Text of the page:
The Fondazione di Sardegna, in collaboration with the MAN Museum, opens in Nuoro the exhibition Twelve ee h s nine - Dolmen and Menhirs in Sardinia by Olivo Barbieri, curated by Marco Delogu and Chiara Gatti. The artist's unpublished series concludes his work within the framework of the Sardinia Commission, a project that supports the path of production of contemporary artworks through the AR/S Arte Condivisa platform, with the aim of opening a window on the territory, history and stratifications that characterize the island, through the gazes of curators, artists and artists invited to live experiences of residence and production in Sardinia.
Olivo Barbieri, one of Italy's leading contemporary artists and photographers, was invited by the Fondazione di Sardegna to turn his gaze to the island, to undertake three journeys over two years, deciphering a space-time bubble between archaeology and contemporary imagery. The object of the research is the heritage composed of numerous megaliths, dolmens and menhirs scattered over the island, according to logics still unclear to scholars, observed in their ability to modify the space that surrounds them.
Barbieri, who had already traveled extensively to Brittany and Carnac in the 1980s, attracted by these megalithic monuments, the mystery of their genesis and function, albeit years late and with a certain sense of guilt for having waited so long, arrives in Sardinia to approach an equally unique heritage, little publicized, even for many almost unknown.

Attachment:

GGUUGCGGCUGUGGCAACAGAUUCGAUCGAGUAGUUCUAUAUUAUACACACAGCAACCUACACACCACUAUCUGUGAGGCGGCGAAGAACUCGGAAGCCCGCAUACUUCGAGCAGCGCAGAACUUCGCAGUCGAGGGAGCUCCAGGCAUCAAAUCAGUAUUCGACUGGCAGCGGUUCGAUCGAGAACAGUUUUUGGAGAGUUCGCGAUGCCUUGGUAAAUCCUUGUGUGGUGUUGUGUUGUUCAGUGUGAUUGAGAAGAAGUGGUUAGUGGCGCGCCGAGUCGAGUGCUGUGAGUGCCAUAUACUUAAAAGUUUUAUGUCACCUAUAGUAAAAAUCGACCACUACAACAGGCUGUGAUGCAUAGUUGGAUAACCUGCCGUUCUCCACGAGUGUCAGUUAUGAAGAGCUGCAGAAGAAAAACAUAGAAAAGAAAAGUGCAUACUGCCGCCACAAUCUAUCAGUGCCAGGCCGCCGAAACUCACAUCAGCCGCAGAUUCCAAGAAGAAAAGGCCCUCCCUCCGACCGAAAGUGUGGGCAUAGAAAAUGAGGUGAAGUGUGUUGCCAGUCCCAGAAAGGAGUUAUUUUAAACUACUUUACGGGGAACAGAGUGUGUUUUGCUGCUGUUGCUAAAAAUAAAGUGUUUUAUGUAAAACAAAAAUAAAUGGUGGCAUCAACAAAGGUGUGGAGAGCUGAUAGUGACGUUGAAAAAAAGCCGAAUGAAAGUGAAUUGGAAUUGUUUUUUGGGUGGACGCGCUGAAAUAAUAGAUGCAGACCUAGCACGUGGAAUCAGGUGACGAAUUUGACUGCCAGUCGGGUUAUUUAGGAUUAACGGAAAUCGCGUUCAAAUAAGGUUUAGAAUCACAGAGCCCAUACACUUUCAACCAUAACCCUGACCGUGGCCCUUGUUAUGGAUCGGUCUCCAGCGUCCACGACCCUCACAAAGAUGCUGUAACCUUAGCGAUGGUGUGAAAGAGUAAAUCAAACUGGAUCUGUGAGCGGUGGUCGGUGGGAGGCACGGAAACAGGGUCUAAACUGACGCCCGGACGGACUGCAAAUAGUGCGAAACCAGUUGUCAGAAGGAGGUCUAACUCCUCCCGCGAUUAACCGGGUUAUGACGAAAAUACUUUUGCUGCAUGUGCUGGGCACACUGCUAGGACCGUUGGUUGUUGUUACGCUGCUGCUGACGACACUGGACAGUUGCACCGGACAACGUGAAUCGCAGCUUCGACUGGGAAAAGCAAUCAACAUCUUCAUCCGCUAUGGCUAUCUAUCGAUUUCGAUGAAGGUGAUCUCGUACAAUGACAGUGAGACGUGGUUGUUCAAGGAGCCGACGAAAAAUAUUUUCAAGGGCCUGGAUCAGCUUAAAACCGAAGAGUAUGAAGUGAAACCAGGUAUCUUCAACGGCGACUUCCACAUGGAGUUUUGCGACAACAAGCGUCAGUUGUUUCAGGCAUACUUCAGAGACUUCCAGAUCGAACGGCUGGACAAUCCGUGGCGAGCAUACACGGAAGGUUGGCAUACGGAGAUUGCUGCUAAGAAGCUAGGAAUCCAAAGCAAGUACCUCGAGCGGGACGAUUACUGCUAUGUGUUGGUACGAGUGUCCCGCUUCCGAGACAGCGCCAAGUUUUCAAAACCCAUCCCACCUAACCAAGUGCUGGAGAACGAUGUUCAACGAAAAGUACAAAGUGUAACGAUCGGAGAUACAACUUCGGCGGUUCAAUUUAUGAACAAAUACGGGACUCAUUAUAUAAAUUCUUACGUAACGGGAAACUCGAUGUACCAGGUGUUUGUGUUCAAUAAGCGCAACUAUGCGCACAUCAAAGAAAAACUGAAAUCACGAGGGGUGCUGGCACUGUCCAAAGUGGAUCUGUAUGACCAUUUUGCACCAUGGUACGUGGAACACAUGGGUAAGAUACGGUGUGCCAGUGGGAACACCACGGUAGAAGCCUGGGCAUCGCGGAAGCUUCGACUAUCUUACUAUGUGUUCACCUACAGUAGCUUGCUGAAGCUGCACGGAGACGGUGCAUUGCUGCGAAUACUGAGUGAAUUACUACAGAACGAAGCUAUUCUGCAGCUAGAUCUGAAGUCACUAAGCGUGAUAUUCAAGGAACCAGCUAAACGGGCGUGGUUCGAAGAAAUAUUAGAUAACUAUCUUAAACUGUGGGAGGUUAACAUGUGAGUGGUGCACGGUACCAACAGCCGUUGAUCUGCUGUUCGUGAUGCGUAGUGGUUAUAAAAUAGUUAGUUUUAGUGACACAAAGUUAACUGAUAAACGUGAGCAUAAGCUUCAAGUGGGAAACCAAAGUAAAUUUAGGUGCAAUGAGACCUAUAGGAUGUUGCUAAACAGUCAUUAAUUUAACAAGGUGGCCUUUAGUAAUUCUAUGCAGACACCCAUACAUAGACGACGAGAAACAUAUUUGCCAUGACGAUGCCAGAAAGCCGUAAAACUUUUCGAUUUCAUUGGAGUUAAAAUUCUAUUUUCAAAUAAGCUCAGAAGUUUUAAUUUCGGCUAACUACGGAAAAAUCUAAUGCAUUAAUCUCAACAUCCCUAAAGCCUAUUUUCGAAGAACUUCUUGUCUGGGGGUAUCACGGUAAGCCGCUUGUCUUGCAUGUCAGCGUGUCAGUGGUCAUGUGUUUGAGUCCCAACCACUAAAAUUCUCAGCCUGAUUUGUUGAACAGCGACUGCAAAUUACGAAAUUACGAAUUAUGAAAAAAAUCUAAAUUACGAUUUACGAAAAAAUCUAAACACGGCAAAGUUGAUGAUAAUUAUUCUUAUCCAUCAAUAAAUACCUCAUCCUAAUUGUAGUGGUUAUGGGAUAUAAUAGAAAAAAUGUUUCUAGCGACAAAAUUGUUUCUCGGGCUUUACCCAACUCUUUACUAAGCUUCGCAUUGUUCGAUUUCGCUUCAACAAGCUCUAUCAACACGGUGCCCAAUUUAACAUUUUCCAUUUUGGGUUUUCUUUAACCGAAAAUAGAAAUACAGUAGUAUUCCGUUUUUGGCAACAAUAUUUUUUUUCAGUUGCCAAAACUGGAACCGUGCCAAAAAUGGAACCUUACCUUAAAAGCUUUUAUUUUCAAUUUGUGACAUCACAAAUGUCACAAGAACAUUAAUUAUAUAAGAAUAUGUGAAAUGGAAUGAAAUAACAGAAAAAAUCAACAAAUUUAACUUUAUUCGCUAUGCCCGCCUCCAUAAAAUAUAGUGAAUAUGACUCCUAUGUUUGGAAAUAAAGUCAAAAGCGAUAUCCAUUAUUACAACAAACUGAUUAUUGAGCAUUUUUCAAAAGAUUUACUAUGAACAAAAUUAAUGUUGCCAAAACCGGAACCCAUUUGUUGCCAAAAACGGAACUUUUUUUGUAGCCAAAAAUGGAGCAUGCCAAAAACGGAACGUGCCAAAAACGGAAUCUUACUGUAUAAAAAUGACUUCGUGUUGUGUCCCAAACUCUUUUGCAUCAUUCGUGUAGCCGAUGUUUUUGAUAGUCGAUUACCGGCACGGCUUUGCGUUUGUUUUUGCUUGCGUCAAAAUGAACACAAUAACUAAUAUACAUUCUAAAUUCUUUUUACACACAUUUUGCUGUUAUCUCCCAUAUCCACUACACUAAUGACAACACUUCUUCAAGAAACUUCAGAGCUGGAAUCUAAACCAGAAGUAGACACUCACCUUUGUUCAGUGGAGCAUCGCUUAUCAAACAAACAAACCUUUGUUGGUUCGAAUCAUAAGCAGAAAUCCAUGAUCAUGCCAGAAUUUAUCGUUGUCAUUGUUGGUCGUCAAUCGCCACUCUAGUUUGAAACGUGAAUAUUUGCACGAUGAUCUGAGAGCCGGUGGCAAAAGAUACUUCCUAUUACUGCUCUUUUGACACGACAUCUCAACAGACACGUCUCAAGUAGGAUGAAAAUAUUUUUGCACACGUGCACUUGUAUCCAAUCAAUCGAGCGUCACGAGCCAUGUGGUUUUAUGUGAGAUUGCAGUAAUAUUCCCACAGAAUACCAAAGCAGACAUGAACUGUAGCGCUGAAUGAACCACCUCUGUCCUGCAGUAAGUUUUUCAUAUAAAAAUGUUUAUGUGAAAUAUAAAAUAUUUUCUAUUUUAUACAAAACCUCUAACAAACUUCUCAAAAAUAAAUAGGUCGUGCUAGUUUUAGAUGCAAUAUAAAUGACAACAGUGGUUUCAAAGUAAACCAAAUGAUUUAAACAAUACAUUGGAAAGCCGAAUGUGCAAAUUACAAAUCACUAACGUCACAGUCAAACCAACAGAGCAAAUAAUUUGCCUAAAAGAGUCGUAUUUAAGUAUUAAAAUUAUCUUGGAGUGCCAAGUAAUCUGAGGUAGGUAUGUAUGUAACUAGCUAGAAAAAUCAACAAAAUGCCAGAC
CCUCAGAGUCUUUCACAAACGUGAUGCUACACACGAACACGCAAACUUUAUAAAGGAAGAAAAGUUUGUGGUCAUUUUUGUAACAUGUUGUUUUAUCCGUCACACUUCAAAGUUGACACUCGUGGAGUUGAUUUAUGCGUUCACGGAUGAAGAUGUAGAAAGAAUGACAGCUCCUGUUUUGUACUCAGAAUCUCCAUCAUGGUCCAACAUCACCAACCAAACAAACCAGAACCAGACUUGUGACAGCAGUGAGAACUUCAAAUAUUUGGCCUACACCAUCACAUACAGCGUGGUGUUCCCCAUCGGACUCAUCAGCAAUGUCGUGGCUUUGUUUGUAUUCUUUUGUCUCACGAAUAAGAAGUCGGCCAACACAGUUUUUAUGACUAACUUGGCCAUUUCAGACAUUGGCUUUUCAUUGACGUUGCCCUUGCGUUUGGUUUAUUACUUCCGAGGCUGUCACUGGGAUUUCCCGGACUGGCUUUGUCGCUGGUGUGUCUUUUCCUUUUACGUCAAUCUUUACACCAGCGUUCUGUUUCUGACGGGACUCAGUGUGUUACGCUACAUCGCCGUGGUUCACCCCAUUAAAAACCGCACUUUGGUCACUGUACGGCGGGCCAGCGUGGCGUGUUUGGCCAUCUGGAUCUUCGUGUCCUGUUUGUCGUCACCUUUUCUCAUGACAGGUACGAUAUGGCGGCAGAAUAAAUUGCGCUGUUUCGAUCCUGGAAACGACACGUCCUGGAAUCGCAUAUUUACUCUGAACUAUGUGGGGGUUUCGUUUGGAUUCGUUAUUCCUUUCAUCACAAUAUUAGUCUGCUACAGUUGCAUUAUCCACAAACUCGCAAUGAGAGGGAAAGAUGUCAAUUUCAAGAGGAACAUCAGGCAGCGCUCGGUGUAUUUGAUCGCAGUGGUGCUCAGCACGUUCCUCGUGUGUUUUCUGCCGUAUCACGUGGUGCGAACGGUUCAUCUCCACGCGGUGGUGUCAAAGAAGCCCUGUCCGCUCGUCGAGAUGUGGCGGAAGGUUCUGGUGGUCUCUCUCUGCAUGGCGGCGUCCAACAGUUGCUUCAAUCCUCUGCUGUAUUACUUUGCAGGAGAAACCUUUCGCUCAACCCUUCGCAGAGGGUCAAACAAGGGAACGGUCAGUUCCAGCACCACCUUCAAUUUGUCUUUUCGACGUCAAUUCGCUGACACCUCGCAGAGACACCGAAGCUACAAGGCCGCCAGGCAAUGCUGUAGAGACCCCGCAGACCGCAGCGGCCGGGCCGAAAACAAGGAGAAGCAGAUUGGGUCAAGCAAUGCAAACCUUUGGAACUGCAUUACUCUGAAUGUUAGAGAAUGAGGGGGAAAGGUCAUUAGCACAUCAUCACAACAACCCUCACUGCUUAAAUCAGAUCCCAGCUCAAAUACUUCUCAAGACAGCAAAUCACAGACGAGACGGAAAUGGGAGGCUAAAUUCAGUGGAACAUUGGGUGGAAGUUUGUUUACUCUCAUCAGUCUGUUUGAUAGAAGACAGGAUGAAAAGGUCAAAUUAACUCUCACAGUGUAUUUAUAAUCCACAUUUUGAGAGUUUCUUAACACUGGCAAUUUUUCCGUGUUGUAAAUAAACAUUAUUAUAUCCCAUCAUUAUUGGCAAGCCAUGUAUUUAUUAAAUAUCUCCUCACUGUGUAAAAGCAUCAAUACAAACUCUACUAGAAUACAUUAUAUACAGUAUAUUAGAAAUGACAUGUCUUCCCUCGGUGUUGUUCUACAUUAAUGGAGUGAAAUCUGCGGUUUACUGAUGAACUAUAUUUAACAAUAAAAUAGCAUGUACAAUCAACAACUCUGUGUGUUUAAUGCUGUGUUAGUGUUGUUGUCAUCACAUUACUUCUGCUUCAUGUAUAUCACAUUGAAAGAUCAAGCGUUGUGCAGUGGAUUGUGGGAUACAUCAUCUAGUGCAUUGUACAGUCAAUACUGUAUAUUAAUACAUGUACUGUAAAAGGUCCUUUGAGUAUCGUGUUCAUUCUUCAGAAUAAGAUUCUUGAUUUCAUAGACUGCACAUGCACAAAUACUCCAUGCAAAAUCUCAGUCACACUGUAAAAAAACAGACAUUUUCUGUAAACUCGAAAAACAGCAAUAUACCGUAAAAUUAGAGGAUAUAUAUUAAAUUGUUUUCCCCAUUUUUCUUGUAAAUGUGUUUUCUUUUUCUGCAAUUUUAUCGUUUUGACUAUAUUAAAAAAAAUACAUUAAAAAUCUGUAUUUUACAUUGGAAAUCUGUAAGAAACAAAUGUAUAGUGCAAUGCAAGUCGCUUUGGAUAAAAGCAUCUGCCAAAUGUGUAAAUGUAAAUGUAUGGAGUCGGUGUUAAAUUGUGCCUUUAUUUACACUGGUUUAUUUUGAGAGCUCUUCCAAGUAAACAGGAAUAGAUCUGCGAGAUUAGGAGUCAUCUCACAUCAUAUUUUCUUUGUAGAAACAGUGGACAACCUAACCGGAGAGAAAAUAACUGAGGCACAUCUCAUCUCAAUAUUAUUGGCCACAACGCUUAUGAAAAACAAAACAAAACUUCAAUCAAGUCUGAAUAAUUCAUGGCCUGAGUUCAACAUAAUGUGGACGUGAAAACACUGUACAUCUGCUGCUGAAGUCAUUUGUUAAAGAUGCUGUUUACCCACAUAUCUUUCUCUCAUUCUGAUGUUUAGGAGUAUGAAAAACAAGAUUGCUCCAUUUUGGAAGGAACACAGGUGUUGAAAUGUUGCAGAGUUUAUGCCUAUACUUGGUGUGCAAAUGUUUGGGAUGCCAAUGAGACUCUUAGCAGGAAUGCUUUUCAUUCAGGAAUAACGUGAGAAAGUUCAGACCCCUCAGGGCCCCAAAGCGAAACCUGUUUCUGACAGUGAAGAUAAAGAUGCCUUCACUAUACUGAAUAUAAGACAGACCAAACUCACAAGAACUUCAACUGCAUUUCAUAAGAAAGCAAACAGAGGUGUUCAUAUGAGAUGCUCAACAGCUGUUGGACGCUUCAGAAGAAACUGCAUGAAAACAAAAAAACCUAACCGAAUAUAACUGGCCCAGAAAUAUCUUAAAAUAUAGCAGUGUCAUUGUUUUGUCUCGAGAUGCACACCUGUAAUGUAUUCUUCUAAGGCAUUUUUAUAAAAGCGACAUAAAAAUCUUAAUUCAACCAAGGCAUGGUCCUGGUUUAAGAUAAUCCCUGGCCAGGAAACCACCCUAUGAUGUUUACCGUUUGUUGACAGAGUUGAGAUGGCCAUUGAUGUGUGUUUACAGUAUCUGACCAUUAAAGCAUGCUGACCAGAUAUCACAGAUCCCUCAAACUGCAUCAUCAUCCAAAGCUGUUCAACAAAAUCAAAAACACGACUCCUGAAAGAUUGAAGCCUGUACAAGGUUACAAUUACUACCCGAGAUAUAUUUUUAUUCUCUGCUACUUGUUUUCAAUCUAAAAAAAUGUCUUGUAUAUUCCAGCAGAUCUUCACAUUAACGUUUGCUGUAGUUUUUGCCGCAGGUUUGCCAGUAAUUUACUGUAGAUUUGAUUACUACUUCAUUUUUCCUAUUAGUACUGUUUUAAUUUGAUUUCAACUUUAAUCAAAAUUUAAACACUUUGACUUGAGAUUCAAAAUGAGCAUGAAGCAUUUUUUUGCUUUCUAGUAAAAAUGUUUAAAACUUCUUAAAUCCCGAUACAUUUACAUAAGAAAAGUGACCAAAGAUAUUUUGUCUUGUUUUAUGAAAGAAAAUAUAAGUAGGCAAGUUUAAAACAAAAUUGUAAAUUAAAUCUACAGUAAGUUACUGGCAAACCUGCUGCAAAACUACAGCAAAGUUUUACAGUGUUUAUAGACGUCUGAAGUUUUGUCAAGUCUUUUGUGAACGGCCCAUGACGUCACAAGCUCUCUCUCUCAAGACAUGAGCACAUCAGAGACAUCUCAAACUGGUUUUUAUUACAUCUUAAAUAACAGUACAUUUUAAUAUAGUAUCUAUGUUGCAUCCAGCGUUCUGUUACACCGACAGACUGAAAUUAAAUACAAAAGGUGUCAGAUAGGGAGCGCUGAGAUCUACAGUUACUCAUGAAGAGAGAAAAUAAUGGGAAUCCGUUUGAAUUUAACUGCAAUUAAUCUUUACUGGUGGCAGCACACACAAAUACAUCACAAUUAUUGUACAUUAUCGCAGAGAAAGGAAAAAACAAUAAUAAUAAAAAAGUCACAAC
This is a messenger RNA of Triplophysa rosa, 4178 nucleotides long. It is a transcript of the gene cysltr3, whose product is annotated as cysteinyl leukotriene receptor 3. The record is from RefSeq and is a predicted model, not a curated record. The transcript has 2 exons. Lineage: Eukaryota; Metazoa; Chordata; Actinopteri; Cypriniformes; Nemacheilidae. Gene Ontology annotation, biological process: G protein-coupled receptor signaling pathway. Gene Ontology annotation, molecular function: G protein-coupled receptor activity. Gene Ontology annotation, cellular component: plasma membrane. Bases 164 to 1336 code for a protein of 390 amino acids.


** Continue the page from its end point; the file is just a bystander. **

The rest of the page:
Guided by the wise disposition of scholars such as archaeologist Riccardo Cicilloni, by the indications of local inhabitants, by researchers and local memories, Barbieri in Twelve ee h s nine - Dolmen and Menhirs in Sardinia returns a reconnaissance, a free and unscientific sensory mapping of megaliths, but above all he tells how the space around them has changed, how the world has changed through forms, stratifications and unconscious logical steps.
In his travels from Dorgali to Laconi, from Calangianus to Barrali, Barberi explores adventurous paths among cultivated fields, pastures and villages in search of vestiges sometimes swallowed by vegetation or concrete to restore them to the present: "I have worked and reflected a lot on the modification of the space around each find, how eras have passed by superimposing grafts, layers, passages. It is a syncretic temporal narrative," the artist explains.
Accompanying the exhibition is a book with 105 photographs published by Punctum Press with texts by Andrea Cortellessa, Riccardo Cicilloni, Marco Delogu and Franco Carta and a dialogue between Olivo Barbieri and Chiara Gatti.